The Printing Press and the Cultural Emancipation of Early-Modern Europe, 1450-1800
Merriam-Webster's English dictionary defines emancipation as the, "...[freedom] from restraint, control, or the power of another, and [freedom] from any controlling influence." The cultural emancipation that began in early-modern Europe prior to the Renaissance had a deep effect on the lives of its constituents. The printing press, invented in 1455 by Johannes Gutenberg, presented the public with a new forum for book production as the very first method of mass publication. Previously, should multiple copies be printed, each would have to be transcribed by hand, a task which would be both labour-intensive, and take place over a large stretch of time. Due to both of these factors, the cost of purchasing a manuscript was astronomical, and limited to the privileged few who pertained to the upper-class, possessing small fortunes which could be spent frivolously. Prior to Gutenberg’s revolutionary invention, individuals were taught by religious leaders and could seek no information on their own. The printing machine led to an increase in the number of books and decreased the price of them dramatically. There was a large demand for books but they were constructed very slowly by virtue of the fact that they were made by hand. The new efficient production method made the books accessible to common people for the first time. This accessibility quickly led to an increased number of literate and more educated individuals. These books became the wheel for the vehicle of cultural expression and emancipation from the choke hold of the church and state. The printing press has been the main influence on an information revolution that has created drastic change in the lives of all individuals involved. It has given people the opportunity to spread their opinions and read about those of others, changing the landscape of mass communication, which has acted as a catalyst to the introducing and spread of new culture that is defined by the ideology of the majority.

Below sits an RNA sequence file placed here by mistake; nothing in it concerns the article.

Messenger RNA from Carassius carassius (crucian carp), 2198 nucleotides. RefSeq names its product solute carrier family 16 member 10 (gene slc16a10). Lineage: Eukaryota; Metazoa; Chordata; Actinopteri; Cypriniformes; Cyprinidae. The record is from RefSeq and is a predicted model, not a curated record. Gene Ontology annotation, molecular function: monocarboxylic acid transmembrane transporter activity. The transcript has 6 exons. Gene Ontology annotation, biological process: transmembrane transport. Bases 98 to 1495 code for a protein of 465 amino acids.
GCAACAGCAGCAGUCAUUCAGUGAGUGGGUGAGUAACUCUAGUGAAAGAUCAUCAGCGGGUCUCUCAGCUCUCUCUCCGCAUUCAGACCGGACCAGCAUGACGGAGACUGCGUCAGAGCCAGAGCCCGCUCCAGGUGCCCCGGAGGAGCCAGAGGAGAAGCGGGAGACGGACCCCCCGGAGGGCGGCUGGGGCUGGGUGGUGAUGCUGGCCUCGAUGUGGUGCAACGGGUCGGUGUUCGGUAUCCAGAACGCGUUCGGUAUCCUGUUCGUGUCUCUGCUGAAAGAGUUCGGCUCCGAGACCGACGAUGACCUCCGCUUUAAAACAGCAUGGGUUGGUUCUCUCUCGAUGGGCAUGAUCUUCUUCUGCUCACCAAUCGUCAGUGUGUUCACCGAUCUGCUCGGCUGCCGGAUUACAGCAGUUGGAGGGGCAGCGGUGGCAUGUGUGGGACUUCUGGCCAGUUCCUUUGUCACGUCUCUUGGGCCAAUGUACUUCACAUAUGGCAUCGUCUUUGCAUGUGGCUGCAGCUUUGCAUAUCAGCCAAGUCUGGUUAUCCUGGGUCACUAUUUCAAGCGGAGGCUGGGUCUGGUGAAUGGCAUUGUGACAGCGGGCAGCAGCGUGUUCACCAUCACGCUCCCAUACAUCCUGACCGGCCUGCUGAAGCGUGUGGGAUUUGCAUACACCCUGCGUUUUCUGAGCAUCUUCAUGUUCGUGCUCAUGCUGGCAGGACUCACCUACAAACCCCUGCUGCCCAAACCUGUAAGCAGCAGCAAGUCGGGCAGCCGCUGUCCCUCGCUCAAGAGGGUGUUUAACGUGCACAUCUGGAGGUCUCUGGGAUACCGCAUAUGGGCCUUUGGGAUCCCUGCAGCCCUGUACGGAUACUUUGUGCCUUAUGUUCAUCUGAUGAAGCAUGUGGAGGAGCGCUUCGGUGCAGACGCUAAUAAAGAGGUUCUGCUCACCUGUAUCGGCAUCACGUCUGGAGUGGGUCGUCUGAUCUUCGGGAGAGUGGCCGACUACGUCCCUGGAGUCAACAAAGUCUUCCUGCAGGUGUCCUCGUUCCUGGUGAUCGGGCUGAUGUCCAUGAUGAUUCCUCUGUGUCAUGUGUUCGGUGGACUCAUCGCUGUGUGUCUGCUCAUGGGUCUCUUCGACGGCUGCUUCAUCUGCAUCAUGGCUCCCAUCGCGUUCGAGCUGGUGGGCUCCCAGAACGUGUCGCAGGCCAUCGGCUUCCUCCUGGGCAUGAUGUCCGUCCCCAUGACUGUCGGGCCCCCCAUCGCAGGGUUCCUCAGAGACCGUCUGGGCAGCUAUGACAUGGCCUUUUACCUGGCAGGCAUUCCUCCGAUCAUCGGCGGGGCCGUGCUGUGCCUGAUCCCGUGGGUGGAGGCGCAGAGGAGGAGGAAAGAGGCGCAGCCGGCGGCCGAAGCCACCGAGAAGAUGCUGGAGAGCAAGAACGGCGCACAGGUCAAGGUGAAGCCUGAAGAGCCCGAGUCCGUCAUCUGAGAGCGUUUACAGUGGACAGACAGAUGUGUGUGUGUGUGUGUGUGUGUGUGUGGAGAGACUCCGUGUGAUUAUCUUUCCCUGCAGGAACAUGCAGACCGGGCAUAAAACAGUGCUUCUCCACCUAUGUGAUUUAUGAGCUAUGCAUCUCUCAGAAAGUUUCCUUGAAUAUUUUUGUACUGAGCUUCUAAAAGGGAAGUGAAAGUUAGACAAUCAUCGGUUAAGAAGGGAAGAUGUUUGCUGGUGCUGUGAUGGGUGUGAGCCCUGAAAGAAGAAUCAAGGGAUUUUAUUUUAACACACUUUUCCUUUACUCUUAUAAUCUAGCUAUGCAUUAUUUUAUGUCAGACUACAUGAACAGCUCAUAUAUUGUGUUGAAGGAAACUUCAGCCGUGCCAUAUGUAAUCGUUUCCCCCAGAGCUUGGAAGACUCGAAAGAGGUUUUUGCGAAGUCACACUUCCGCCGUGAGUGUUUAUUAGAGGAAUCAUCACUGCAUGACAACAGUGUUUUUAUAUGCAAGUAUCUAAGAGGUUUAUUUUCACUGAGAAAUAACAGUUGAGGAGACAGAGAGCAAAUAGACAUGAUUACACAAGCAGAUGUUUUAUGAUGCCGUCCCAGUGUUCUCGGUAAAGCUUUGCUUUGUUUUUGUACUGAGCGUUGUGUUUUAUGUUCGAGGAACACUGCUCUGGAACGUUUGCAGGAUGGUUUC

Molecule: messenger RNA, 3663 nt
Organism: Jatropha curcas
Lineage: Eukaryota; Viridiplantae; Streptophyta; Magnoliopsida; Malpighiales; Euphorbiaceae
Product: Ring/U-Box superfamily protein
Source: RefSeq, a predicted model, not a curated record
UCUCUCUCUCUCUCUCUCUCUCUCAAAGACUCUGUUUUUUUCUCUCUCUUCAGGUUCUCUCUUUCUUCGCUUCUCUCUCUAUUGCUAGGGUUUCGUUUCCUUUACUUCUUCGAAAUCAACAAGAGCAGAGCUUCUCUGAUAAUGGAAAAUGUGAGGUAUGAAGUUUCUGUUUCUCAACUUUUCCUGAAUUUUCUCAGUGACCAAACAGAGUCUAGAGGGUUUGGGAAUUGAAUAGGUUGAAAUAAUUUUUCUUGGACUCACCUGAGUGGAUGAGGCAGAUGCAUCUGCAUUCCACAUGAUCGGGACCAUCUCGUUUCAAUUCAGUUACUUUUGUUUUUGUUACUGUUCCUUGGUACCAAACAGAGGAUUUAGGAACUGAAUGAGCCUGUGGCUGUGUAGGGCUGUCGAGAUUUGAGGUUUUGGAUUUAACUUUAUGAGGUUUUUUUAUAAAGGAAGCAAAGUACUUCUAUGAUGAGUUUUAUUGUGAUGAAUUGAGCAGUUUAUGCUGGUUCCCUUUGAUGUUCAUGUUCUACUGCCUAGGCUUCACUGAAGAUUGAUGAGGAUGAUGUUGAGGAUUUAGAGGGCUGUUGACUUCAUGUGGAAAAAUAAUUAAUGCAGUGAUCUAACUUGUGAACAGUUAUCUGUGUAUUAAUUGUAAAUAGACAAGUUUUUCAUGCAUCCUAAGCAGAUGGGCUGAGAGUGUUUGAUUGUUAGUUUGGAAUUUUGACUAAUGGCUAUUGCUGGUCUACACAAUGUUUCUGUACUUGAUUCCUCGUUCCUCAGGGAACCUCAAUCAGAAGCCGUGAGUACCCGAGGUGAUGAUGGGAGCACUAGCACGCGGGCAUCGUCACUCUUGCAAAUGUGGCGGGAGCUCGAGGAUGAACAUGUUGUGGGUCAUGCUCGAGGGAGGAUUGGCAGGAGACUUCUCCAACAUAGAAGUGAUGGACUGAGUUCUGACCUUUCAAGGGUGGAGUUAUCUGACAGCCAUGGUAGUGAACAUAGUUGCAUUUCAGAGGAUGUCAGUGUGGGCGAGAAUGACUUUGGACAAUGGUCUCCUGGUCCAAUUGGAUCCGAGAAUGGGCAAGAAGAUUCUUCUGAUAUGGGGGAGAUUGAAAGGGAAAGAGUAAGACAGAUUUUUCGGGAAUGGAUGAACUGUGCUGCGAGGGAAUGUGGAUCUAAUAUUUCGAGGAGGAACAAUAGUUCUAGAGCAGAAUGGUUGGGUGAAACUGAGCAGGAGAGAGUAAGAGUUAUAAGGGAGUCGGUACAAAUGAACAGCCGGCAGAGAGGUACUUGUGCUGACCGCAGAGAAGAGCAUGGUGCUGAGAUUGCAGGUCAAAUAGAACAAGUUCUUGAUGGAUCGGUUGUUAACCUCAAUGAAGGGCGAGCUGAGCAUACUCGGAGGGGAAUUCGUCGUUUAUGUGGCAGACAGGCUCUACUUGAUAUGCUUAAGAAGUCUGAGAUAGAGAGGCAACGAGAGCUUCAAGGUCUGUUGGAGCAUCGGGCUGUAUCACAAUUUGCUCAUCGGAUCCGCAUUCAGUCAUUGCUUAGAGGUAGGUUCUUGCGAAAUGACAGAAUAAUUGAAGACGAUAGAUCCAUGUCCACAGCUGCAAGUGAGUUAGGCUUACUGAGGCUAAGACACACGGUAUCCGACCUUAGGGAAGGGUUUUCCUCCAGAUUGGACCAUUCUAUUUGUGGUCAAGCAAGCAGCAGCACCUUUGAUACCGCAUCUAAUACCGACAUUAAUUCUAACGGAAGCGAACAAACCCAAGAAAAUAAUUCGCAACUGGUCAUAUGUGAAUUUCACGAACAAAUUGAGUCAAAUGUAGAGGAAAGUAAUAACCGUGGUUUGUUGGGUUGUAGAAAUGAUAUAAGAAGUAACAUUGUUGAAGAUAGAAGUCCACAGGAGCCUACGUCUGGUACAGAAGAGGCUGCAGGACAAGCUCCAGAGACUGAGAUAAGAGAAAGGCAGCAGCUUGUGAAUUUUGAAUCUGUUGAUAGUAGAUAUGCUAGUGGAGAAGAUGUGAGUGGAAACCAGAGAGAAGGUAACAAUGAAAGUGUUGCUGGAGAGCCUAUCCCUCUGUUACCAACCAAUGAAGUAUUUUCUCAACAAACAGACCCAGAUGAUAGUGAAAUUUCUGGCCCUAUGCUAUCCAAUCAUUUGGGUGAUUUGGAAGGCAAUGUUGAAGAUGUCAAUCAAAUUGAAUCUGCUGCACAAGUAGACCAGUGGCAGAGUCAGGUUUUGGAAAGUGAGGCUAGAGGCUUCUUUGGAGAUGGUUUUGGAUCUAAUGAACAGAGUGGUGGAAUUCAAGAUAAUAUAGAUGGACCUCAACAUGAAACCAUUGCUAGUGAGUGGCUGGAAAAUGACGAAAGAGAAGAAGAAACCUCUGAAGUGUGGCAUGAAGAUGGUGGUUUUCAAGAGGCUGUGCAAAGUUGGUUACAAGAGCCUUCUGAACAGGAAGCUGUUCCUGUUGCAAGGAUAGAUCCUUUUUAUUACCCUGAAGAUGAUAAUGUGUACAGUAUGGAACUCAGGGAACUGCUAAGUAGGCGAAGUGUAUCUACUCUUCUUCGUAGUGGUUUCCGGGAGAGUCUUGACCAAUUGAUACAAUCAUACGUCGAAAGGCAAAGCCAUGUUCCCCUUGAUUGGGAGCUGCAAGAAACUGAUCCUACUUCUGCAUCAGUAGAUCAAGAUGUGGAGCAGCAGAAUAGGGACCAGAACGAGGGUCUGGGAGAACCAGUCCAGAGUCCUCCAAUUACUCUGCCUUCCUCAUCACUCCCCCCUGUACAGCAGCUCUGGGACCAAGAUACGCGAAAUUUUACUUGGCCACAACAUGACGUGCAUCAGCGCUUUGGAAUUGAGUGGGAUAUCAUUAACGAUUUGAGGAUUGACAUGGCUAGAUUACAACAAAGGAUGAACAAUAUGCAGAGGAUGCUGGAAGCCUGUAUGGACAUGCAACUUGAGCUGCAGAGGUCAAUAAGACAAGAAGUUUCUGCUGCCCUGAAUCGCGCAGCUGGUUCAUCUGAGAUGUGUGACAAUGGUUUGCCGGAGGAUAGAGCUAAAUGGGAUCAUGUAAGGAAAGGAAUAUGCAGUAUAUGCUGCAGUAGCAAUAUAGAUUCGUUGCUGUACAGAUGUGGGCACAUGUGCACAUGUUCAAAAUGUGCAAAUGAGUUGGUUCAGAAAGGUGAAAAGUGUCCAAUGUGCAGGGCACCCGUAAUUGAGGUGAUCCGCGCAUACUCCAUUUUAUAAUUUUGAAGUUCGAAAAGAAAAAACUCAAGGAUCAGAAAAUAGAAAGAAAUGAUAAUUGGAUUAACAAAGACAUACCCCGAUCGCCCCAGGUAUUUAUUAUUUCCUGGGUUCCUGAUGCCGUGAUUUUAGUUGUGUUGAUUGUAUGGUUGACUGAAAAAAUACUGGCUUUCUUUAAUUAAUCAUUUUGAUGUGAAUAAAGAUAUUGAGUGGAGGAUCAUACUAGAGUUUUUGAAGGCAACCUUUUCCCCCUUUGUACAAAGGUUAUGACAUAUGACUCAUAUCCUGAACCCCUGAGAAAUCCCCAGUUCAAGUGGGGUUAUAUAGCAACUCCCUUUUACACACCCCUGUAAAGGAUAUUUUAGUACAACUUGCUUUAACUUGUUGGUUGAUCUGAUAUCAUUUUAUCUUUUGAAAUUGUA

The history of the printing press is rooted in central Europe but has origins in the Far East as well. Printing presses were known in China but were not used, despite their efficiency. While it was invented over three decades prior to Gutenberg's metal printing press, the benefit of the new system was not as evident as there are thousands of Chinese characters, a far stretch from the simple 26-character modern alphabet used in European languages. While Gutenberg began by using wooden blocks to produce text, he transitioned to metal typography or letterpress printing in 1430 after moving to Strasbourg. The metal lettering could allow for quicker reproduction since one mold would need to be produced and replication would become less difficult. The new printing presses, despite Gutenberg's attempts to conceal them spread through Europe quickly. The books were being printed on cheap paper and no longer cost a fortune. Before the new printing presses, Cambridge’s publishing house owned a total of 122 books in its library. Each of these books cost the same as a small farm home or a vineyard. By 1499 publishing houses were developed in more than 2500 locations in Europe allowed for an ease of publication that had never been seen up-to-date. The landscape for literacy has evolved quickly. As mentioned in an article on the cultural effect of the printing press, "Fifteen million books had been flung into a world where scholars would travel miles to visit a library stocked with twenty hand-written volumes." While the number of volumes released to the public is debated by scholars, as mentioned in the article itself, it is the effect of this increase in volume of books that is the truly staggering observable change. With a population hungry for knowledge, the new books were eagerly accepted and literacy rates began on a path of steady increase in most regions of Europe between the 16th...
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